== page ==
Real Property Appraisals: A Primer

Purchasing real estate is the most serious financial decision many people could ever consider. It doesn't matter if where you raise your family, a second vacation property or a rental fixer upper, purchasing real property is a detailed transaction that requires multiple parties to pull it all off.

Most people are familiar with the parties having a role in the transaction. The real estate agent is the most recognizable face in the exchange. Then, the mortgage company provides the financial capital required to bankroll the transaction. And the title company sees to it that all aspects of the transaction are completed and that the title is clear to transfer to the buyer from the seller.

To learn more about appraising, click here to see a short video or call us today to talk about your specific property.

So, who's responsible for making sure the value of the property is in line with the amount being paid? In comes the appraiser. We provide an unbiased estimate of what a buyer could expect to pay — or a seller receive — for a parcel of real estate, where both buyer and seller are informed parties. A licensed, certified, professional appraiser from CDM Appraisals will ensure, you as an interested party, are informed.

The inspection is where an appraisal begins

Our first duty at CDM Appraisals is to inspect the property to ascertain its true status. We must see features hands on, such as the number of bedrooms and bathrooms, the location, amenities, etc., to ensure they indeed are there and are in the condition a reasonable person would expect them to be. The inspection often includes a sketch of the floorplan, ensuring the square footage is proper and illustrating the layout of the property. Most importantly, the appraiser looks for any obvious amenities - or defects - that would affect the value of the house.

Once the site has been inspected, we use two or three approaches to determining the value of real property: sales comparison and, in the case of a rental property, an income approach.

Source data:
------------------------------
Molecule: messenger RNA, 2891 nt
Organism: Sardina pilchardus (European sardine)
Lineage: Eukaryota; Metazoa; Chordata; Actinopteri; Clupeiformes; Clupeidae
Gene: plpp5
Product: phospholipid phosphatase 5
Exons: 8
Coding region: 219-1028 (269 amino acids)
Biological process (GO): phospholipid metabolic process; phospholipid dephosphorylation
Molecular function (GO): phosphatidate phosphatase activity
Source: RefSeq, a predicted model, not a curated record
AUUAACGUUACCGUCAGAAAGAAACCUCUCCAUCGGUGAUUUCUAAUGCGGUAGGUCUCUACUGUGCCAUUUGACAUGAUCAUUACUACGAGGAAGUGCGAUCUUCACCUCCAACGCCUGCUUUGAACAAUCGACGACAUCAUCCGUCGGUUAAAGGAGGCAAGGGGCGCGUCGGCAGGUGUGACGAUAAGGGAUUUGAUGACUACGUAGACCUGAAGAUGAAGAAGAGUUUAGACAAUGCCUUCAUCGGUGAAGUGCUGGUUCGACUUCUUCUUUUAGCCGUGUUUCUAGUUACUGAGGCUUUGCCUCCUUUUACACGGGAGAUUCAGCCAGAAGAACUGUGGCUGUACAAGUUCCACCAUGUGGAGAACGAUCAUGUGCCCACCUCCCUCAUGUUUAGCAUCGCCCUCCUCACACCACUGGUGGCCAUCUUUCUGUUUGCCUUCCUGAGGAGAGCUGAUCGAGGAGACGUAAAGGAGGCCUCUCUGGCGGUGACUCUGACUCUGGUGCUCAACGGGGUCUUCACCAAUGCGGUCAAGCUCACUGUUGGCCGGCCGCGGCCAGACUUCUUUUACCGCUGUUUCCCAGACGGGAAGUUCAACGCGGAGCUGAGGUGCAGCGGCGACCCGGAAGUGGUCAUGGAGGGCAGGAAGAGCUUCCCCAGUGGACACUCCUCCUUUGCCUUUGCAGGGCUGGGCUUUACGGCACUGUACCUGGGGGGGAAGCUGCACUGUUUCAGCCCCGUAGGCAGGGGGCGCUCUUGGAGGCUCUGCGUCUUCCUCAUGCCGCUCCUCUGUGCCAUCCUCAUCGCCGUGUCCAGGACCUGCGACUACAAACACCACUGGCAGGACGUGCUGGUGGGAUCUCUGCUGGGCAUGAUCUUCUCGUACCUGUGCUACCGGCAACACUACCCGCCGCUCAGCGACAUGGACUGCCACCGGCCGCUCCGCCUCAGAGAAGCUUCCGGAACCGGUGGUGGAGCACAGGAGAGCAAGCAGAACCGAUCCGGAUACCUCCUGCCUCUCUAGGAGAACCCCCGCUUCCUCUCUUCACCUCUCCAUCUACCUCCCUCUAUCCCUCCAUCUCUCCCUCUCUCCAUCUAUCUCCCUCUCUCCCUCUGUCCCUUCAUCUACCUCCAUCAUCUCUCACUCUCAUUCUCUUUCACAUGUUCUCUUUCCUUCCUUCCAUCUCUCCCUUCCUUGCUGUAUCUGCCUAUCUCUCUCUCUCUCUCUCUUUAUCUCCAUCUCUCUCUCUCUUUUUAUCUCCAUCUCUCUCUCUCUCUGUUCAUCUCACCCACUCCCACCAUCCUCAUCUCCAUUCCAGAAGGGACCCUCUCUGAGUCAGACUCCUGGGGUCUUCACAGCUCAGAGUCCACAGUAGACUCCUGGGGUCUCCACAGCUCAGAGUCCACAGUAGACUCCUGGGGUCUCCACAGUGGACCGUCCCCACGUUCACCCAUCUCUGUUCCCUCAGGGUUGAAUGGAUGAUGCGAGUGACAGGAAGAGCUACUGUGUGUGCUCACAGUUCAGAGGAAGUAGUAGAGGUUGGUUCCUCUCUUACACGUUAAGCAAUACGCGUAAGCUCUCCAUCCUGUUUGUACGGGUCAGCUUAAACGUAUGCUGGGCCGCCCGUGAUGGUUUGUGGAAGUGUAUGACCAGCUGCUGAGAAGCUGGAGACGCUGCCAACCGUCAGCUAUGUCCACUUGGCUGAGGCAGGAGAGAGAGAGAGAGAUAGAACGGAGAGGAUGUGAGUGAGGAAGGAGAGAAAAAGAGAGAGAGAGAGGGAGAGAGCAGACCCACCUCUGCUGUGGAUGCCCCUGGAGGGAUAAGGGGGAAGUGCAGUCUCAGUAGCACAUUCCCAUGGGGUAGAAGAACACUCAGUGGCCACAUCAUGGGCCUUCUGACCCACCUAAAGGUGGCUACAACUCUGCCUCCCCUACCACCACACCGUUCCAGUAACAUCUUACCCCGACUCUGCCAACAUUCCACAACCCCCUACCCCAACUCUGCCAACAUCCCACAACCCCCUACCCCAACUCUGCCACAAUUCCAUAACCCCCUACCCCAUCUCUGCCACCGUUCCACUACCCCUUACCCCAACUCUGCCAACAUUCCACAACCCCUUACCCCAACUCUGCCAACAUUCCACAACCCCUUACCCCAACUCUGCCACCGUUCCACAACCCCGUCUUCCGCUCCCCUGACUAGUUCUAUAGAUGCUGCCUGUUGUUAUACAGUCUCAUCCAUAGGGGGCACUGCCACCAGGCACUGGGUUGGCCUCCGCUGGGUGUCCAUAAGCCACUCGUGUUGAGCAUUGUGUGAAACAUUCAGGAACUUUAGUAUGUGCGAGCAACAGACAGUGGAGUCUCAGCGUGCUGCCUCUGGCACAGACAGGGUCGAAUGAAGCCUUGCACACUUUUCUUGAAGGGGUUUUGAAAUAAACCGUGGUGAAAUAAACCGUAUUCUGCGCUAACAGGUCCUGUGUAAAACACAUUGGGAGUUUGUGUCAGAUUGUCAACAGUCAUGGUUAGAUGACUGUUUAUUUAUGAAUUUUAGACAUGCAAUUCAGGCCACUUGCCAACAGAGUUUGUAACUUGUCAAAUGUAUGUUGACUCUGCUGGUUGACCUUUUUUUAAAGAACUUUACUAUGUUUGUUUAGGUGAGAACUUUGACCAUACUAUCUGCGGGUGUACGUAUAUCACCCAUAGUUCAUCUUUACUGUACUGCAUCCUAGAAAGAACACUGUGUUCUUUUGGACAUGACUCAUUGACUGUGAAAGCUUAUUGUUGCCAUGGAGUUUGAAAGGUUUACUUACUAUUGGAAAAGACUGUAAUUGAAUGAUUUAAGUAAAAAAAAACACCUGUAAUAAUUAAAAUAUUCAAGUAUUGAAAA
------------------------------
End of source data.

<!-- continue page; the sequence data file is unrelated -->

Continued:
Cost Approach

Here, we use information on local building costs, labor rates and other elements to determine how much it would cost to replace the property being appraised. This figure usually sets the maximum on what a property would sell for. It's also the least used method.

Paired Sales Analysis

Appraisers are intimately familiar with the subdivisions in which they work. They innately understand the value of certain features to the people of that area. Then, the appraiser looks up recent sales in the vicinity and finds properties which are 'comparable' to the real estate in question. By assigning a dollar value to certain items such as remodeled rooms, types of flooring, energy efficient items, patios and porches, or extra storage space, we add or subtract from each comparable's sales price so that they are more accurately in line with the features of subject.

  • For example, if the comparable property has an irrigation system and the subject doesn't, the appraiser may deduct the value of an irrigation system from the sales price of the comparable home.
  • But, in the case where the subject has something such as an extra half bath that a comparable doesn't have, the appraiser might add the value of that bath to the comparable property.

In the end, the appraiser reconciles the adjusted sales prices of all the comps and then derives an opinion of what the subject could sell for. At CDM Appraisals, we are experts when it comes to knowing the worth of particular items in Omaha and Douglas County neighborhoods. This approach to value is usually given the most consideration when an appraisal is for a home exchange.

Valuation Using the Income Approach

In the case of income producing properties - rental houses for example - we may use an additional method of valuing real estate. In this case, the amount of revenue the real estate produces is taken into consideration along with income produced by comparable properties to determine the current value.

Reconciliation

Combining information from all approaches, the appraiser is then ready to state an estimated market value for the property in question. Note: While the appraised value is probably the strongest indication of what a house is worth, it probably will not be the final sales price. Depending on the individual circumstances of the buyer or seller, their level of urgency or a buyer's desire for that exact property, the closing price of a home can always be driven up or down.But the appraised value is typically used as a guideline for lenders who don't want to loan a buyer more money than they could get back in case they had to sell the property again. The bottom line is, an appraiser from CDM Appraisals will guarantee you attain the most fair and balanced property value, so you can make profitable real estate decisions.